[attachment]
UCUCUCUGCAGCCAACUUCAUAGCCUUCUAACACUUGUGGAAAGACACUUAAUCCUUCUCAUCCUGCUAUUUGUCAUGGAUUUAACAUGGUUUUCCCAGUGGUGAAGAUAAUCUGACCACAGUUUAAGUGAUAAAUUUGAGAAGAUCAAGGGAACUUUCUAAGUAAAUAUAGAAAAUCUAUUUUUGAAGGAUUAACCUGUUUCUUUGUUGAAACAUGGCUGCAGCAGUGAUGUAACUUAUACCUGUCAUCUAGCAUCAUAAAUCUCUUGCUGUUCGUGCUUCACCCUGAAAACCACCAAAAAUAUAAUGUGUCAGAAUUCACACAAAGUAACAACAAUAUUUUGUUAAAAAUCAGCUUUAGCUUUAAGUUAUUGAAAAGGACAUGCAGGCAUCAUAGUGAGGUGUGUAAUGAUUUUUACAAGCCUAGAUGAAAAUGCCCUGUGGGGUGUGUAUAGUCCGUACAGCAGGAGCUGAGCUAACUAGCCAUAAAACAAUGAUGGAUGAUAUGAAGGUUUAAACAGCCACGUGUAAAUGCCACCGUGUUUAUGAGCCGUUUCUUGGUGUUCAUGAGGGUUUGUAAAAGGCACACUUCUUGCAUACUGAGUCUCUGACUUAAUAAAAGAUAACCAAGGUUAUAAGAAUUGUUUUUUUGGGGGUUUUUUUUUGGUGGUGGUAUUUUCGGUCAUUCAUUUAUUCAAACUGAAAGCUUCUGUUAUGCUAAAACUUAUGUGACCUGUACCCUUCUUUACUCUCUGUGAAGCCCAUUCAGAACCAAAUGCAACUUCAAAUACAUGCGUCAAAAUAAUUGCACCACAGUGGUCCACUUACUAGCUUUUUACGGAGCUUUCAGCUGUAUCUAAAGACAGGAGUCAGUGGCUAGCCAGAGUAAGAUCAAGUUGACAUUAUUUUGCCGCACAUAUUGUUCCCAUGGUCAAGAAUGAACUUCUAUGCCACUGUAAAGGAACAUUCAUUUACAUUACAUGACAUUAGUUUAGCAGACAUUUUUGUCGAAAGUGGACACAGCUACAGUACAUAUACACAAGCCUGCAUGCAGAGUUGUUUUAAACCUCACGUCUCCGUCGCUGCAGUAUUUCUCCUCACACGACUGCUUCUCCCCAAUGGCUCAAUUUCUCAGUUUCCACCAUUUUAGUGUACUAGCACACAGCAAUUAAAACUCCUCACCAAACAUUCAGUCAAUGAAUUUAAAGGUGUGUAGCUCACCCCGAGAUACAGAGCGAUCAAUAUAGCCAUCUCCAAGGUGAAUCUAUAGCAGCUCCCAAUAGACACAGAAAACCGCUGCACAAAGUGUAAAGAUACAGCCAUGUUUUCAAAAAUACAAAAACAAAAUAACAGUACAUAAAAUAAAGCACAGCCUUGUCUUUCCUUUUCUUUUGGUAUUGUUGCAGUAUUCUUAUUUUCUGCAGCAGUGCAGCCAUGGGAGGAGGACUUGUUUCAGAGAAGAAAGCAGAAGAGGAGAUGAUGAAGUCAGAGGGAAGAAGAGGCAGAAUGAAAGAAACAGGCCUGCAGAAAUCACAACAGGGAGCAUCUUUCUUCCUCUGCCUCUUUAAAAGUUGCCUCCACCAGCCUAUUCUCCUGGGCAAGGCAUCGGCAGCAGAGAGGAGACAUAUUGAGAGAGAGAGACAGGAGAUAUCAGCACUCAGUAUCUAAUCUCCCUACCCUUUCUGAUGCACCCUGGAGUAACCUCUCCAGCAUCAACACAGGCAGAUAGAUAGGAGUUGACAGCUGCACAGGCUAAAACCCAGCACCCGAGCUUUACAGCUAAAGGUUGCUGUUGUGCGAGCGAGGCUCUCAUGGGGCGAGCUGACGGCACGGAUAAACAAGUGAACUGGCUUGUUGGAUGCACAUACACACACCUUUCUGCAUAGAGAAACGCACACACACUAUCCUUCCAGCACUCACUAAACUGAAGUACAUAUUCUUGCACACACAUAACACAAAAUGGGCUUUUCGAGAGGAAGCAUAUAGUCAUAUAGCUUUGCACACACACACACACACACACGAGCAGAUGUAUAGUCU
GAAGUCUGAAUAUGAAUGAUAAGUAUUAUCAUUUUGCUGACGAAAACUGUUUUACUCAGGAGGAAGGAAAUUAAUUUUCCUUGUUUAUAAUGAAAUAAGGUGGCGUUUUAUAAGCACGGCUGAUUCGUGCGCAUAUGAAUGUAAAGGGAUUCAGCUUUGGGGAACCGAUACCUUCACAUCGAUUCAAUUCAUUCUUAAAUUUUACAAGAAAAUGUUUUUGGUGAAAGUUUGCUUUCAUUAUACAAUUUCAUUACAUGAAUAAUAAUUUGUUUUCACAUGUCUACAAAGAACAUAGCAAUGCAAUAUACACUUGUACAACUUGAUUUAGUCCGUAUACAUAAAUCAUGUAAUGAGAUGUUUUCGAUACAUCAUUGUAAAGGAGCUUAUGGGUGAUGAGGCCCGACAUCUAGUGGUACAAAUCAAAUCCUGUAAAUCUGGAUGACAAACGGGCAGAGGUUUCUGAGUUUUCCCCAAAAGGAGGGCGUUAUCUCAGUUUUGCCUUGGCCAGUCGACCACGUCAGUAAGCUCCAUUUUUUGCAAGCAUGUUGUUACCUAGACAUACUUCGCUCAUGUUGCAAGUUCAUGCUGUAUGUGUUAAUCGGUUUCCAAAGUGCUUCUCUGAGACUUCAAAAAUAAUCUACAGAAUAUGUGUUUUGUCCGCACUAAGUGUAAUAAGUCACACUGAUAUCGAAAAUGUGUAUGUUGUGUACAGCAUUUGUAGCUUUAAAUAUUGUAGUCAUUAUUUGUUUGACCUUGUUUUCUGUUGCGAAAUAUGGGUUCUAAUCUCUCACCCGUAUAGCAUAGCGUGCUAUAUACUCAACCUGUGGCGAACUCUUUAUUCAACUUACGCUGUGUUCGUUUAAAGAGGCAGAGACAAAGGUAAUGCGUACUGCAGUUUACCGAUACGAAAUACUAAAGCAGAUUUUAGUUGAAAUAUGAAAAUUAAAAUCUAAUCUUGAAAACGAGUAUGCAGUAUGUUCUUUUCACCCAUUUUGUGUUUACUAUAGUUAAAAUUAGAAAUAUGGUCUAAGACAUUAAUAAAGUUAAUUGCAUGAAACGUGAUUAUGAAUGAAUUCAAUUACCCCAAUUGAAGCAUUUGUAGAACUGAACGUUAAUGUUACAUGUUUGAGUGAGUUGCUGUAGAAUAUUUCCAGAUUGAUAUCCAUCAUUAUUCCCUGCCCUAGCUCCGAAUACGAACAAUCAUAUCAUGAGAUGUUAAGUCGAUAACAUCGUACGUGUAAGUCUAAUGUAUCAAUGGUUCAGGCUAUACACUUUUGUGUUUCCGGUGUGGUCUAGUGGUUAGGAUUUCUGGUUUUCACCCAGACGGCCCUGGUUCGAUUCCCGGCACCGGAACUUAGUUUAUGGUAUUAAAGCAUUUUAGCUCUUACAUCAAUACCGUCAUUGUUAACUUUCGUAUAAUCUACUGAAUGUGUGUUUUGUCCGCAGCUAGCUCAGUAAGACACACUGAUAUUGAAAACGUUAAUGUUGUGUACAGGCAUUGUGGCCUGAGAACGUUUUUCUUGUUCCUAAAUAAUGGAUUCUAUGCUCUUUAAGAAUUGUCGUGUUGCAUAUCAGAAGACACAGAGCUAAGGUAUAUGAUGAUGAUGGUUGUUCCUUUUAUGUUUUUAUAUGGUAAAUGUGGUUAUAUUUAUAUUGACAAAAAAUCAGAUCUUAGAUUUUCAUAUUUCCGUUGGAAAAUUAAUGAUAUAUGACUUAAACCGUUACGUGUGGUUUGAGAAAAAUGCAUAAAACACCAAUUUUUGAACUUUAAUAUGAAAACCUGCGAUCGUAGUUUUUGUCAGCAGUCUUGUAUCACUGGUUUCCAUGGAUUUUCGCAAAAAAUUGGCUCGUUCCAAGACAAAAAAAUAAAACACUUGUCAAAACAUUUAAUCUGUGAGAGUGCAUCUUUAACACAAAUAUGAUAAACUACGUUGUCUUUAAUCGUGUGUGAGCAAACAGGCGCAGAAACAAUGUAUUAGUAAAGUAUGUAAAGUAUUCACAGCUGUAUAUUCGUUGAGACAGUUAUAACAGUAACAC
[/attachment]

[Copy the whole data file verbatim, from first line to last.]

UCUCUCUGCAGCCAACUUCAUAGCCUUCUAACACUUGUGGAAAGACACUUAAUCCUUCUCAUCCUGCUAUUUGUCAUGGAUUUAACAUGGUUUUCCCAGUGGUGAAGAUAAUCUGACCACAGUUUAAGUGAUAAAUUUGAGAAGAUCAAGGGAACUUUCUAAGUAAAUAUAGAAAAUCUAUUUUUGAAGGAUUAACCUGUUUCUUUGUUGAAACAUGGCUGCAGCAGUGAUGUAACUUAUACCUGUCAUCUAGCAUCAUAAAUCUCUUGCUGUUCGUGCUUCACCCUGAAAACCACCAAAAAUAUAAUGUGUCAGAAUUCACACAAAGUAACAACAAUAUUUUGUUAAAAAUCAGCUUUAGCUUUAAGUUAUUGAAAAGGACAUGCAGGCAUCAUAGUGAGGUGUGUAAUGAUUUUUACAAGCCUAGAUGAAAAUGCCCUGUGGGGUGUGUAUAGUCCGUACAGCAGGAGCUGAGCUAACUAGCCAUAAAACAAUGAUGGAUGAUAUGAAGGUUUAAACAGCCACGUGUAAAUGCCACCGUGUUUAUGAGCCGUUUCUUGGUGUUCAUGAGGGUUUGUAAAAGGCACACUUCUUGCAUACUGAGUCUCUGACUUAAUAAAAGAUAACCAAGGUUAUAAGAAUUGUUUUUUUGGGGGUUUUUUUUUGGUGGUGGUAUUUUCGGUCAUUCAUUUAUUCAAACUGAAAGCUUCUGUUAUGCUAAAACUUAUGUGACCUGUACCCUUCUUUACUCUCUGUGAAGCCCAUUCAGAACCAAAUGCAACUUCAAAUACAUGCGUCAAAAUAAUUGCACCACAGUGGUCCACUUACUAGCUUUUUACGGAGCUUUCAGCUGUAUCUAAAGACAGGAGUCAGUGGCUAGCCAGAGUAAGAUCAAGUUGACAUUAUUUUGCCGCACAUAUUGUUCCCAUGGUCAAGAAUGAACUUCUAUGCCACUGUAAAGGAACAUUCAUUUACAUUACAUGACAUUAGUUUAGCAGACAUUUUUGUCGAAAGUGGACACAGCUACAGUACAUAUACACAAGCCUGCAUGCAGAGUUGUUUUAAACCUCACGUCUCCGUCGCUGCAGUAUUUCUCCUCACACGACUGCUUCUCCCCAAUGGCUCAAUUUCUCAGUUUCCACCAUUUUAGUGUACUAGCACACAGCAAUUAAAACUCCUCACCAAACAUUCAGUCAAUGAAUUUAAAGGUGUGUAGCUCACCCCGAGAUACAGAGCGAUCAAUAUAGCCAUCUCCAAGGUGAAUCUAUAGCAGCUCCCAAUAGACACAGAAAACCGCUGCACAAAGUGUAAAGAUACAGCCAUGUUUUCAAAAAUACAAAAACAAAAUAACAGUACAUAAAAUAAAGCACAGCCUUGUCUUUCCUUUUCUUUUGGUAUUGUUGCAGUAUUCUUAUUUUCUGCAGCAGUGCAGCCAUGGGAGGAGGACUUGUUUCAGAGAAGAAAGCAGAAGAGGAGAUGAUGAAGUCAGAGGGAAGAAGAGGCAGAAUGAAAGAAACAGGCCUGCAGAAAUCACAACAGGGAGCAUCUUUCUUCCUCUGCCUCUUUAAAAGUUGCCUCCACCAGCCUAUUCUCCUGGGCAAGGCAUCGGCAGCAGAGAGGAGACAUAUUGAGAGAGAGAGACAGGAGAUAUCAGCACUCAGUAUCUAAUCUCCCUACCCUUUCUGAUGCACCCUGGAGUAACCUCUCCAGCAUCAACACAGGCAGAUAGAUAGGAGUUGACAGCUGCACAGGCUAAAACCCAGCACCCGAGCUUUACAGCUAAAGGUUGCUGUUGUGCGAGCGAGGCUCUCAUGGGGCGAGCUGACGGCACGGAUAAACAAGUGAACUGGCUUGUUGGAUGCACAUACACACACCUUUCUGCAUAGAGAAACGCACACACACUAUCCUUCCAGCACUCACUAAACUGAAGUACAUAUUCUUGCACACACAUAACACAAAAUGGGCUUUUCGAGAGGAAGCAUAUAGUCAUAUAGCUUUGCACACACACACACACACACACGAGCAGAUGUAUAGUCU
GAAGUCUGAAUAUGAAUGAUAAGUAUUAUCAUUUUGCUGACGAAAACUGUUUUACUCAGGAGGAAGGAAAUUAAUUUUCCUUGUUUAUAAUGAAAUAAGGUGGCGUUUUAUAAGCACGGCUGAUUCGUGCGCAUAUGAAUGUAAAGGGAUUCAGCUUUGGGGAACCGAUACCUUCACAUCGAUUCAAUUCAUUCUUAAAUUUUACAAGAAAAUGUUUUUGGUGAAAGUUUGCUUUCAUUAUACAAUUUCAUUACAUGAAUAAUAAUUUGUUUUCACAUGUCUACAAAGAACAUAGCAAUGCAAUAUACACUUGUACAACUUGAUUUAGUCCGUAUACAUAAAUCAUGUAAUGAGAUGUUUUCGAUACAUCAUUGUAAAGGAGCUUAUGGGUGAUGAGGCCCGACAUCUAGUGGUACAAAUCAAAUCCUGUAAAUCUGGAUGACAAACGGGCAGAGGUUUCUGAGUUUUCCCCAAAAGGAGGGCGUUAUCUCAGUUUUGCCUUGGCCAGUCGACCACGUCAGUAAGCUCCAUUUUUUGCAAGCAUGUUGUUACCUAGACAUACUUCGCUCAUGUUGCAAGUUCAUGCUGUAUGUGUUAAUCGGUUUCCAAAGUGCUUCUCUGAGACUUCAAAAAUAAUCUACAGAAUAUGUGUUUUGUCCGCACUAAGUGUAAUAAGUCACACUGAUAUCGAAAAUGUGUAUGUUGUGUACAGCAUUUGUAGCUUUAAAUAUUGUAGUCAUUAUUUGUUUGACCUUGUUUUCUGUUGCGAAAUAUGGGUUCUAAUCUCUCACCCGUAUAGCAUAGCGUGCUAUAUACUCAACCUGUGGCGAACUCUUUAUUCAACUUACGCUGUGUUCGUUUAAAGAGGCAGAGACAAAGGUAAUGCGUACUGCAGUUUACCGAUACGAAAUACUAAAGCAGAUUUUAGUUGAAAUAUGAAAAUUAAAAUCUAAUCUUGAAAACGAGUAUGCAGUAUGUUCUUUUCACCCAUUUUGUGUUUACUAUAGUUAAAAUUAGAAAUAUGGUCUAAGACAUUAAUAAAGUUAAUUGCAUGAAACGUGAUUAUGAAUGAAUUCAAUUACCCCAAUUGAAGCAUUUGUAGAACUGAACGUUAAUGUUACAUGUUUGAGUGAGUUGCUGUAGAAUAUUUCCAGAUUGAUAUCCAUCAUUAUUCCCUGCCCUAGCUCCGAAUACGAACAAUCAUAUCAUGAGAUGUUAAGUCGAUAACAUCGUACGUGUAAGUCUAAUGUAUCAAUGGUUCAGGCUAUACACUUUUGUGUUUCCGGUGUGGUCUAGUGGUUAGGAUUUCUGGUUUUCACCCAGACGGCCCUGGUUCGAUUCCCGGCACCGGAACUUAGUUUAUGGUAUUAAAGCAUUUUAGCUCUUACAUCAAUACCGUCAUUGUUAACUUUCGUAUAAUCUACUGAAUGUGUGUUUUGUCCGCAGCUAGCUCAGUAAGACACACUGAUAUUGAAAACGUUAAUGUUGUGUACAGGCAUUGUGGCCUGAGAACGUUUUUCUUGUUCCUAAAUAAUGGAUUCUAUGCUCUUUAAGAAUUGUCGUGUUGCAUAUCAGAAGACACAGAGCUAAGGUAUAUGAUGAUGAUGGUUGUUCCUUUUAUGUUUUUAUAUGGUAAAUGUGGUUAUAUUUAUAUUGACAAAAAAUCAGAUCUUAGAUUUUCAUAUUUCCGUUGGAAAAUUAAUGAUAUAUGACUUAAACCGUUACGUGUGGUUUGAGAAAAAUGCAUAAAACACCAAUUUUUGAACUUUAAUAUGAAAACCUGCGAUCGUAGUUUUUGUCAGCAGUCUUGUAUCACUGGUUUCCAUGGAUUUUCGCAAAAAAUUGGCUCGUUCCAAGACAAAAAAAUAAAACACUUGUCAAAACAUUUAAUCUGUGAGAGUGCAUCUUUAACACAAAUAUGAUAAACUACGUUGUCUUUAAUCGUGUGUGAGCAAACAGGCGCAGAAACAAUGUAUUAGUAAAGUAUGUAAAGUAUUCACAGCUGUAUAUUCGUUGAGACAGUUAUAACAGUAACAC